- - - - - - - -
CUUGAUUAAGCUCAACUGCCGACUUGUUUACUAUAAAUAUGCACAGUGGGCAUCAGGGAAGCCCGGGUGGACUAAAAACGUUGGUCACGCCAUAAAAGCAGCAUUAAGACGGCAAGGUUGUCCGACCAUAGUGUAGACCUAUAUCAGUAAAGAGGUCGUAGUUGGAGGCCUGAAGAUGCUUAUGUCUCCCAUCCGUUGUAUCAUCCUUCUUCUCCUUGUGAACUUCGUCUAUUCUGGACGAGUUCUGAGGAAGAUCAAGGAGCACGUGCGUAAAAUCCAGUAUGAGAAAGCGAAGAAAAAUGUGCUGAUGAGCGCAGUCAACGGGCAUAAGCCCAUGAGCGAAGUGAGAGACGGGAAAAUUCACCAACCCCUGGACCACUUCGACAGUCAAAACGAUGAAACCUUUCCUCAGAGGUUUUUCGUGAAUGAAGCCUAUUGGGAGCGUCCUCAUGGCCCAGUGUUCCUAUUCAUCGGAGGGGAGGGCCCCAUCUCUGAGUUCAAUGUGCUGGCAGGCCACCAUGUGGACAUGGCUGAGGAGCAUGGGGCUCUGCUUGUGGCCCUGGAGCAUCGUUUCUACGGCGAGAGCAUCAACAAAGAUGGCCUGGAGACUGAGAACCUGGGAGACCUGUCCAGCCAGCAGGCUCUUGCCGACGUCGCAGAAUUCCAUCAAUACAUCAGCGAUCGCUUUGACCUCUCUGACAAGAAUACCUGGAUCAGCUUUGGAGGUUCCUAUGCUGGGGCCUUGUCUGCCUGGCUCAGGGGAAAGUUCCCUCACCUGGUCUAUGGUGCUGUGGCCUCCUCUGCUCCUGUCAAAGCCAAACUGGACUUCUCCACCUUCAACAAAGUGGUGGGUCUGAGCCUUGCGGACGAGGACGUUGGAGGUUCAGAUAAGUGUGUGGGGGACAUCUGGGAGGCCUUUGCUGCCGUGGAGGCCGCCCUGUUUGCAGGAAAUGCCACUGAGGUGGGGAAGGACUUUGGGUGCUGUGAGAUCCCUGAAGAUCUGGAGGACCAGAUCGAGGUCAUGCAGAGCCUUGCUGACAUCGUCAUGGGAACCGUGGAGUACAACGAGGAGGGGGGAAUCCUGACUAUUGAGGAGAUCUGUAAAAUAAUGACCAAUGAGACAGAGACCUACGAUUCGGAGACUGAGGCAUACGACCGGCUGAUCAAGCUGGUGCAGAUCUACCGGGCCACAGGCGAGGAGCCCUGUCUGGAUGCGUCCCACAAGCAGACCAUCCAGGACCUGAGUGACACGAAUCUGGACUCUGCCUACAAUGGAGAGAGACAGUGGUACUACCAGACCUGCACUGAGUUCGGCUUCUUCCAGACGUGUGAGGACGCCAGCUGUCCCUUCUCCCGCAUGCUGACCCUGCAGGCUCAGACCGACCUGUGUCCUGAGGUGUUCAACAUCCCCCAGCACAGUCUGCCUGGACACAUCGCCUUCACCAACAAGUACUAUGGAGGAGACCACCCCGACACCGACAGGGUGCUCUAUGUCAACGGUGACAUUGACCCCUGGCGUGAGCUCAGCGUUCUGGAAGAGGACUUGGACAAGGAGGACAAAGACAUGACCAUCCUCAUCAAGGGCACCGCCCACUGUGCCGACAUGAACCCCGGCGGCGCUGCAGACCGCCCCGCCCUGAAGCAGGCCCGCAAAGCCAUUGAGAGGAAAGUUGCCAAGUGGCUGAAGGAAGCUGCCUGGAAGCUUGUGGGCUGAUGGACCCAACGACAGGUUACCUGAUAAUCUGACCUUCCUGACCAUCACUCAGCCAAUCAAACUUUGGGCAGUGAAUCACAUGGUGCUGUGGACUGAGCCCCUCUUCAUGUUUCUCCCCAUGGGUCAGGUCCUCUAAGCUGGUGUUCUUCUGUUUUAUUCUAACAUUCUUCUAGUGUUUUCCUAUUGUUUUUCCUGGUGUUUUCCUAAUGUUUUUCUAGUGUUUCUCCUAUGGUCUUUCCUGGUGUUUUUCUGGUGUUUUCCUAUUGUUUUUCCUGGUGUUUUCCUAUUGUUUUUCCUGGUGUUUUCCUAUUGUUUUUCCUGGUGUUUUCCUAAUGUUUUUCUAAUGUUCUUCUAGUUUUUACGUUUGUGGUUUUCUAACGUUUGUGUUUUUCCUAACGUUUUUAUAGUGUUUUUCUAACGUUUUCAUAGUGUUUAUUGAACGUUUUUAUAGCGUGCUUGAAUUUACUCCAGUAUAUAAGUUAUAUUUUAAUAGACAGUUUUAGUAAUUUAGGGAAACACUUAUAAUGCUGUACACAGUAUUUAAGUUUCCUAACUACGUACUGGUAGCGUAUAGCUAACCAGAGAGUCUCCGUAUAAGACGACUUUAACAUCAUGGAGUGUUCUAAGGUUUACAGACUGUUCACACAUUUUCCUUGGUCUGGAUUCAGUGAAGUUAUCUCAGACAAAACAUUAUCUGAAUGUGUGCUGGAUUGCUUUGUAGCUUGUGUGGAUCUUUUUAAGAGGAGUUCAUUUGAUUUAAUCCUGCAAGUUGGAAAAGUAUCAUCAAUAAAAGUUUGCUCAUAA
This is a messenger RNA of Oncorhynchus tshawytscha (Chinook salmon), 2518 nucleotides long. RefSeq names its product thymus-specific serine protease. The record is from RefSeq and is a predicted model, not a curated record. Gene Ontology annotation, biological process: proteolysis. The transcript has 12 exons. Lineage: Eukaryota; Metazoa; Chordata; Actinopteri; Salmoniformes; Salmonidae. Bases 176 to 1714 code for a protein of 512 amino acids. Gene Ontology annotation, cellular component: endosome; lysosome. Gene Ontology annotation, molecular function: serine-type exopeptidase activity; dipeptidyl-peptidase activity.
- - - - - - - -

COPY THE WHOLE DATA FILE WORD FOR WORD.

CUUGAUUAAGCUCAACUGCCGACUUGUUUACUAUAAAUAUGCACAGUGGGCAUCAGGGAAGCCCGGGUGGACUAAAAACGUUGGUCACGCCAUAAAAGCAGCAUUAAGACGGCAAGGUUGUCCGACCAUAGUGUAGACCUAUAUCAGUAAAGAGGUCGUAGUUGGAGGCCUGAAGAUGCUUAUGUCUCCCAUCCGUUGUAUCAUCCUUCUUCUCCUUGUGAACUUCGUCUAUUCUGGACGAGUUCUGAGGAAGAUCAAGGAGCACGUGCGUAAAAUCCAGUAUGAGAAAGCGAAGAAAAAUGUGCUGAUGAGCGCAGUCAACGGGCAUAAGCCCAUGAGCGAAGUGAGAGACGGGAAAAUUCACCAACCCCUGGACCACUUCGACAGUCAAAACGAUGAAACCUUUCCUCAGAGGUUUUUCGUGAAUGAAGCCUAUUGGGAGCGUCCUCAUGGCCCAGUGUUCCUAUUCAUCGGAGGGGAGGGCCCCAUCUCUGAGUUCAAUGUGCUGGCAGGCCACCAUGUGGACAUGGCUGAGGAGCAUGGGGCUCUGCUUGUGGCCCUGGAGCAUCGUUUCUACGGCGAGAGCAUCAACAAAGAUGGCCUGGAGACUGAGAACCUGGGAGACCUGUCCAGCCAGCAGGCUCUUGCCGACGUCGCAGAAUUCCAUCAAUACAUCAGCGAUCGCUUUGACCUCUCUGACAAGAAUACCUGGAUCAGCUUUGGAGGUUCCUAUGCUGGGGCCUUGUCUGCCUGGCUCAGGGGAAAGUUCCCUCACCUGGUCUAUGGUGCUGUGGCCUCCUCUGCUCCUGUCAAAGCCAAACUGGACUUCUCCACCUUCAACAAAGUGGUGGGUCUGAGCCUUGCGGACGAGGACGUUGGAGGUUCAGAUAAGUGUGUGGGGGACAUCUGGGAGGCCUUUGCUGCCGUGGAGGCCGCCCUGUUUGCAGGAAAUGCCACUGAGGUGGGGAAGGACUUUGGGUGCUGUGAGAUCCCUGAAGAUCUGGAGGACCAGAUCGAGGUCAUGCAGAGCCUUGCUGACAUCGUCAUGGGAACCGUGGAGUACAACGAGGAGGGGGGAAUCCUGACUAUUGAGGAGAUCUGUAAAAUAAUGACCAAUGAGACAGAGACCUACGAUUCGGAGACUGAGGCAUACGACCGGCUGAUCAAGCUGGUGCAGAUCUACCGGGCCACAGGCGAGGAGCCCUGUCUGGAUGCGUCCCACAAGCAGACCAUCCAGGACCUGAGUGACACGAAUCUGGACUCUGCCUACAAUGGAGAGAGACAGUGGUACUACCAGACCUGCACUGAGUUCGGCUUCUUCCAGACGUGUGAGGACGCCAGCUGUCCCUUCUCCCGCAUGCUGACCCUGCAGGCUCAGACCGACCUGUGUCCUGAGGUGUUCAACAUCCCCCAGCACAGUCUGCCUGGACACAUCGCCUUCACCAACAAGUACUAUGGAGGAGACCACCCCGACACCGACAGGGUGCUCUAUGUCAACGGUGACAUUGACCCCUGGCGUGAGCUCAGCGUUCUGGAAGAGGACUUGGACAAGGAGGACAAAGACAUGACCAUCCUCAUCAAGGGCACCGCCCACUGUGCCGACAUGAACCCCGGCGGCGCUGCAGACCGCCCCGCCCUGAAGCAGGCCCGCAAAGCCAUUGAGAGGAAAGUUGCCAAGUGGCUGAAGGAAGCUGCCUGGAAGCUUGUGGGCUGAUGGACCCAACGACAGGUUACCUGAUAAUCUGACCUUCCUGACCAUCACUCAGCCAAUCAAACUUUGGGCAGUGAAUCACAUGGUGCUGUGGACUGAGCCCCUCUUCAUGUUUCUCCCCAUGGGUCAGGUCCUCUAAGCUGGUGUUCUUCUGUUUUAUUCUAACAUUCUUCUAGUGUUUUCCUAUUGUUUUUCCUGGUGUUUUCCUAAUGUUUUUCUAGUGUUUCUCCUAUGGUCUUUCCUGGUGUUUUUCUGGUGUUUUCCUAUUGUUUUUCCUGGUGUUUUCCUAUUGUUUUUCCUGGUGUUUUCCUAUUGUUUUUCCUGGUGUUUUCCUAAUGUUUUUCUAAUGUUCUUCUAGUUUUUACGUUUGUGGUUUUCUAACGUUUGUGUUUUUCCUAACGUUUUUAUAGUGUUUUUCUAACGUUUUCAUAGUGUUUAUUGAACGUUUUUAUAGCGUGCUUGAAUUUACUCCAGUAUAUAAGUUAUAUUUUAAUAGACAGUUUUAGUAAUUUAGGGAAACACUUAUAAUGCUGUACACAGUAUUUAAGUUUCCUAACUACGUACUGGUAGCGUAUAGCUAACCAGAGAGUCUCCGUAUAAGACGACUUUAACAUCAUGGAGUGUUCUAAGGUUUACAGACUGUUCACACAUUUUCCUUGGUCUGGAUUCAGUGAAGUUAUCUCAGACAAAACAUUAUCUGAAUGUGUGCUGGAUUGCUUUGUAGCUUGUGUGGAUCUUUUUAAGAGGAGUUCAUUUGAUUUAAUCCUGCAAGUUGGAAAAGUAUCAUCAAUAAAAGUUUGCUCAUAA
This is a messenger RNA of Oncorhynchus tshawytscha (Chinook salmon), 2518 nucleotides long. RefSeq names its product thymus-specific serine protease. The record is from RefSeq and is a predicted model, not a curated record. Gene Ontology annotation, biological process: proteolysis. The transcript has 12 exons. Lineage: Eukaryota; Metazoa; Chordata; Actinopteri; Salmoniformes; Salmonidae. Bases 176 to 1714 code for a protein of 512 amino acids. Gene Ontology annotation, cellular component: endosome; lysosome. Gene Ontology annotation, molecular function: serine-type exopeptidase activity; dipeptidyl-peptidase activity.